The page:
The reference for the sermon was Abraham’s encounter with God in Genesis when God promised him descendants as many as the stars of Heaven. While Abraham sat inside the tent he could not see what God was talking about. The limit of his sight was the roof of the tent which could have been about four feet away from him while seated. Outside the tent however things looked completely different.



Outside the tent, the nearest star would be measured in light-years. A light-year The distance covered by light in one year. Light travels at 3.8×10^8 m/s (a bit of physics there). You will agree that the difference in the scope of Abraham’s thinking and faith inside the tent when compare to outside the tent is like comparing specks of dust to mountains.

Let’s bring it home. We are simply taking about changing perspective but not just changing but enlarging our perspective. Sometimes that change requires actual physical relocation through travel for example, it may mean reading a book and getting more education. However it is interpreted, we find that our lives can take a massive leap forward if we can step outside the tent we find ourselves confined in.


Evaluating What We Really Own

Certain events in our lives force us to think again about our intrinsic value as people. Take for example you are passing through town driving a Ferrari or a Bentley. There is the temptation to assume that everyone staring at you is actually admiring you as a person. This cannot be true, they would admire anyone driving that sort of car. The object of affection is not you, its the car!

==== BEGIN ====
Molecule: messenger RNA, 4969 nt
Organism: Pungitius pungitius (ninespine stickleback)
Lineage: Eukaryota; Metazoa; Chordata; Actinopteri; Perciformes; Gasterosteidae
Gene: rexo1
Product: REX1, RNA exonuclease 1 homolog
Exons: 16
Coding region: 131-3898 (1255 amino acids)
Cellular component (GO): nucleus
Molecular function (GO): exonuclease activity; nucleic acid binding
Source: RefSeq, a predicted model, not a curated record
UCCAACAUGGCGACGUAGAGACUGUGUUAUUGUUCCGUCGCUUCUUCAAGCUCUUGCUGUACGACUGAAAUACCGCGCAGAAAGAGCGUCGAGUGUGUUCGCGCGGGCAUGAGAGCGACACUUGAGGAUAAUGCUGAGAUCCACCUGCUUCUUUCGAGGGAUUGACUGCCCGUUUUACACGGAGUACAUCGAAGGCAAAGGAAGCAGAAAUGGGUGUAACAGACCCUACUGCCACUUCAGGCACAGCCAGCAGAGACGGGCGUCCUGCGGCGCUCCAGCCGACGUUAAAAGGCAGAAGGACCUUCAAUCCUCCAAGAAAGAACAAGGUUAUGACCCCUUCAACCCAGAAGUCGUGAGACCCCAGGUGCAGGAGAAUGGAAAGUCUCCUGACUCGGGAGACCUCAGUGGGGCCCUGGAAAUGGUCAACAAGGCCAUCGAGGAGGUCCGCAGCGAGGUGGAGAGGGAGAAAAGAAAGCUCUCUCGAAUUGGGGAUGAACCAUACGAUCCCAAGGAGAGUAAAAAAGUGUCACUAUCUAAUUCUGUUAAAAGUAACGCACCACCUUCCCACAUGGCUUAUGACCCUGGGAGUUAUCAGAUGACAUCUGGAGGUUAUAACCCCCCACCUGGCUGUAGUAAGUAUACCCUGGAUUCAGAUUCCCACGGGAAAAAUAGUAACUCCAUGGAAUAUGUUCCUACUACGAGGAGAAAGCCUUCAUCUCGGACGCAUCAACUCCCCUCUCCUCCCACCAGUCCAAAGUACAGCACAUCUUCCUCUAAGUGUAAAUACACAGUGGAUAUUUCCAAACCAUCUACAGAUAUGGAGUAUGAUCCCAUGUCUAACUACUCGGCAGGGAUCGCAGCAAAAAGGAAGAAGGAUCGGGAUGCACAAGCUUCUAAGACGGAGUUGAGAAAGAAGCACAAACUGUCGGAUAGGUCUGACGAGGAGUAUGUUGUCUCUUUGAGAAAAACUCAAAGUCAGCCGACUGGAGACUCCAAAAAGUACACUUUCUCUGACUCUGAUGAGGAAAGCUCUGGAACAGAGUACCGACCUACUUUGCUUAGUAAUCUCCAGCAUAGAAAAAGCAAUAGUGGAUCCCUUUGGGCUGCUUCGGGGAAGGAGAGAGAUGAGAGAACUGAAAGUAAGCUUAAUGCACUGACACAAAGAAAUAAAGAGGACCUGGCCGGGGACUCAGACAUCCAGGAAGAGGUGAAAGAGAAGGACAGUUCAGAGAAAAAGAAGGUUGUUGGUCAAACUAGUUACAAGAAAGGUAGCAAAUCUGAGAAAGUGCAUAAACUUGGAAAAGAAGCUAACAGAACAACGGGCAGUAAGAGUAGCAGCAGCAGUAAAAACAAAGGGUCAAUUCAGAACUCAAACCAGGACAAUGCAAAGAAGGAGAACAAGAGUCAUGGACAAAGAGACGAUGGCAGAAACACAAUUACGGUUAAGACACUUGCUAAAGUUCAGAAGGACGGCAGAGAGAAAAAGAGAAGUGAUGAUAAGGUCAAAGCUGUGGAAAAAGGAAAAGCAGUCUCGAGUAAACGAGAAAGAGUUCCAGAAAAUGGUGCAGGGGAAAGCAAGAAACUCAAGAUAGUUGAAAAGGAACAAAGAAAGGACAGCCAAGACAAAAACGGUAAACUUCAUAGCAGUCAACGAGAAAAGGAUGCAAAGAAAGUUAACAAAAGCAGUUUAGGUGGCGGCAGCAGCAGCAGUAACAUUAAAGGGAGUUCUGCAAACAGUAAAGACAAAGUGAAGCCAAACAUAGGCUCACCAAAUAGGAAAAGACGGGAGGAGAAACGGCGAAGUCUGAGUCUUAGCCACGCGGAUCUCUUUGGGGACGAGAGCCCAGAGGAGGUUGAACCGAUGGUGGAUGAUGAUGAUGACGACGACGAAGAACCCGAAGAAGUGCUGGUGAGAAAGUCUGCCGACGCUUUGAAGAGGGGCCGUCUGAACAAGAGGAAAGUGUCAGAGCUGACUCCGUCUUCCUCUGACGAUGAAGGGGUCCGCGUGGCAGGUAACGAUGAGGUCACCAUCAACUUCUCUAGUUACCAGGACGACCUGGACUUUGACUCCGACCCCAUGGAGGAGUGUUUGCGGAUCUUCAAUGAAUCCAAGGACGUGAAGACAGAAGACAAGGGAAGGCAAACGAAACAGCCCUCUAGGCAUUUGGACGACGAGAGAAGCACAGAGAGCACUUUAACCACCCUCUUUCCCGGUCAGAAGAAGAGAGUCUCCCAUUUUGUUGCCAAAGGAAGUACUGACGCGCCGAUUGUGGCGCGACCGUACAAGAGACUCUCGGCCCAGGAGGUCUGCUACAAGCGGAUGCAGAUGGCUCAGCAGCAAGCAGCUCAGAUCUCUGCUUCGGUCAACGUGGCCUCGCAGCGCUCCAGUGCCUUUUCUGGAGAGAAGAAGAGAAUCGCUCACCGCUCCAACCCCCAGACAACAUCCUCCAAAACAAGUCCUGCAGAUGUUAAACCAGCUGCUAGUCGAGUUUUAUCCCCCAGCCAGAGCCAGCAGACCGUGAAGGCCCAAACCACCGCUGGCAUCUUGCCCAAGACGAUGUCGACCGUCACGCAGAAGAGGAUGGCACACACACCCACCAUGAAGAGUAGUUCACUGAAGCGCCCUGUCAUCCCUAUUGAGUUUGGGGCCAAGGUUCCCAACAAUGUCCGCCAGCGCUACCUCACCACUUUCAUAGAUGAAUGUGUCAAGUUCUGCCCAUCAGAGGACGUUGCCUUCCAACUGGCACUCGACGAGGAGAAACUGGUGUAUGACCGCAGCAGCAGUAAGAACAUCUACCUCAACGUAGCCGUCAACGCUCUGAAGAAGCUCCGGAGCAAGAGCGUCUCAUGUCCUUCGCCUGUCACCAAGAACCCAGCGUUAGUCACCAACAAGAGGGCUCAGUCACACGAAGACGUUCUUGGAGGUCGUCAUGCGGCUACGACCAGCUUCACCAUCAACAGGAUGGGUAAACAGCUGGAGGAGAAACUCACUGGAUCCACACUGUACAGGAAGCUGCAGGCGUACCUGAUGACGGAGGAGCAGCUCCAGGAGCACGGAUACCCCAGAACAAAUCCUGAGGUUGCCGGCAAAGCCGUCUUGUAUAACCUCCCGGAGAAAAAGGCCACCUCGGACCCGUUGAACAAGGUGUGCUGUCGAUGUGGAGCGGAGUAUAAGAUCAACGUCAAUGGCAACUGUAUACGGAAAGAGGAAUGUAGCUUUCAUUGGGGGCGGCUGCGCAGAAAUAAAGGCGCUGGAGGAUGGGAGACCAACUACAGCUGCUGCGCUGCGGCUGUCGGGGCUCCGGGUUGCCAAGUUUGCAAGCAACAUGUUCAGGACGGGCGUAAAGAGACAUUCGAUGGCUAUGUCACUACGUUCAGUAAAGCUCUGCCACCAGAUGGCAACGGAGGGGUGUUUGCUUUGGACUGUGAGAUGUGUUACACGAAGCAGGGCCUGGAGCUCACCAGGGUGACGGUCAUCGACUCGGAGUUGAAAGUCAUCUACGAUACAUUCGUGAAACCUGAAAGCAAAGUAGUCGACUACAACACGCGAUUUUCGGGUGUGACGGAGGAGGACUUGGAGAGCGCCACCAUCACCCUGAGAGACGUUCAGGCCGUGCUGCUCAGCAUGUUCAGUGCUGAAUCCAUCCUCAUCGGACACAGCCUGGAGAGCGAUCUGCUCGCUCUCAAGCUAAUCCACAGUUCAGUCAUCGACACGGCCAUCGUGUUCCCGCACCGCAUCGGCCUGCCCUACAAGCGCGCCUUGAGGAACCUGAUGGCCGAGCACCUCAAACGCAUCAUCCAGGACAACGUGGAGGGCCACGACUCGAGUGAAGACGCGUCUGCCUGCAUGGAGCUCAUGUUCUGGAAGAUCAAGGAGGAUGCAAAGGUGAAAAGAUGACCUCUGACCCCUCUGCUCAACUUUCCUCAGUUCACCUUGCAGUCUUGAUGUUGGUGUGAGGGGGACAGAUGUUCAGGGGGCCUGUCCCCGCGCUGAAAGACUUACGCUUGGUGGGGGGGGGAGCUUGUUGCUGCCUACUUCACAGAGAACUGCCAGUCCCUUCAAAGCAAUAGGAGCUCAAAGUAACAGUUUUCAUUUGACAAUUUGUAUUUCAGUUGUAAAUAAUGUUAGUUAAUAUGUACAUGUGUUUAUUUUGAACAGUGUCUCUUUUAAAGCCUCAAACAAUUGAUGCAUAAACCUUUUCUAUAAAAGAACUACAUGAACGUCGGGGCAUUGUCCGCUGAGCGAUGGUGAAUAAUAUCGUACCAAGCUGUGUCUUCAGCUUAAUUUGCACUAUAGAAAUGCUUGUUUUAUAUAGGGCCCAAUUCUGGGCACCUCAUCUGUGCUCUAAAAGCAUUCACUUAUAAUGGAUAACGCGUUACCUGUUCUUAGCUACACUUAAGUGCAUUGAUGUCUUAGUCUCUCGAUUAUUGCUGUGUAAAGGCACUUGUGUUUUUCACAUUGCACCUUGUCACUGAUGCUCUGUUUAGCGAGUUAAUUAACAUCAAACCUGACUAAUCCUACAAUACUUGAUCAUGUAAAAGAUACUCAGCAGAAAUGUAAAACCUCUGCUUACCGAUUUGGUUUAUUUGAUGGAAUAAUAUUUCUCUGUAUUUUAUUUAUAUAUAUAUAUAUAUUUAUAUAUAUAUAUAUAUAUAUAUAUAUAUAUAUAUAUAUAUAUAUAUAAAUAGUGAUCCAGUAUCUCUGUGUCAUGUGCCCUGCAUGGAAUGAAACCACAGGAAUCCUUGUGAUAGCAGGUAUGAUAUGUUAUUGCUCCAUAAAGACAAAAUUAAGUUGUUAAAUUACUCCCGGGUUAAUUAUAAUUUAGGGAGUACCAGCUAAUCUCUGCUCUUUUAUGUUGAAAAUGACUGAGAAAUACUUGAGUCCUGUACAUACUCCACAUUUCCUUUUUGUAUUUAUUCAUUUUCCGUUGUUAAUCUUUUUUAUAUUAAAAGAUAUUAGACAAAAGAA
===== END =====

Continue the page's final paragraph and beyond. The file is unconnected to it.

Assuming every Sunday you shared $100 to needy folk in your church. You find that someone always goes out of their way to come say hello to you. The respect is very intoxicating but make no mistake, the object of this reverence may not be you, it may be your deep pockets.

When we lose something material in our lives – a house, a job, a car etc – it is indeed a very painful and difficult experience to go through. It often feels like you have fallen from a certain “height”. However painful such an experience is, it forces us to look again at our intrinsic value. Without the peripherals, what are we really worth?

A healthy view of ourselves is essential in order to properly manage our lives and relationships, to value what is really valuable and to manage our pride. We must see ourselves as we really are, without those things that can be taken away from us in the twinkling of an eye.

Nigerian Passport

I will never forget the face of the middle-aged immigration official I met at JO’burg International Airport back in 2013. I had gone there with a few colleagues from different countries (Ghana and Zimbabwe) and we were on our way back from Capetown and needed to board the flight at JO’burg airport bound for Accra, Ghana.

This slim light skinned fellow kept me at his desk asking a series of questions aggressively apparently trying to make me confess some wrong I had done. It got so intense he actually threatened to take me to the interrogation room! It had all started when he ask why I was in South Africa and I happened to mention “… came for a training …” . He had a problem with that because my passport had a Visitor’s VISA. Well I didn’t know there was a training VISA did I ? (Ha Ha Ha). This delay nearly cost me the flight and my Zimbabwean colleague queried where I was all the while.

A few blocks after I had left the Immigration Officer I realized what had just happened: prejudice. The officer saw a Nigerian passport and all his senses came alive! He had to make sure he wasn’t letting a drug dealer or scammer get past him. Sad to say some folks have made us very notorious for evil. If you know someone out there who is ding something fishy in a foreign country or to a foreigner, you should let them know they are making like a little more difficult for those who just want to mind their business and earn an honest living.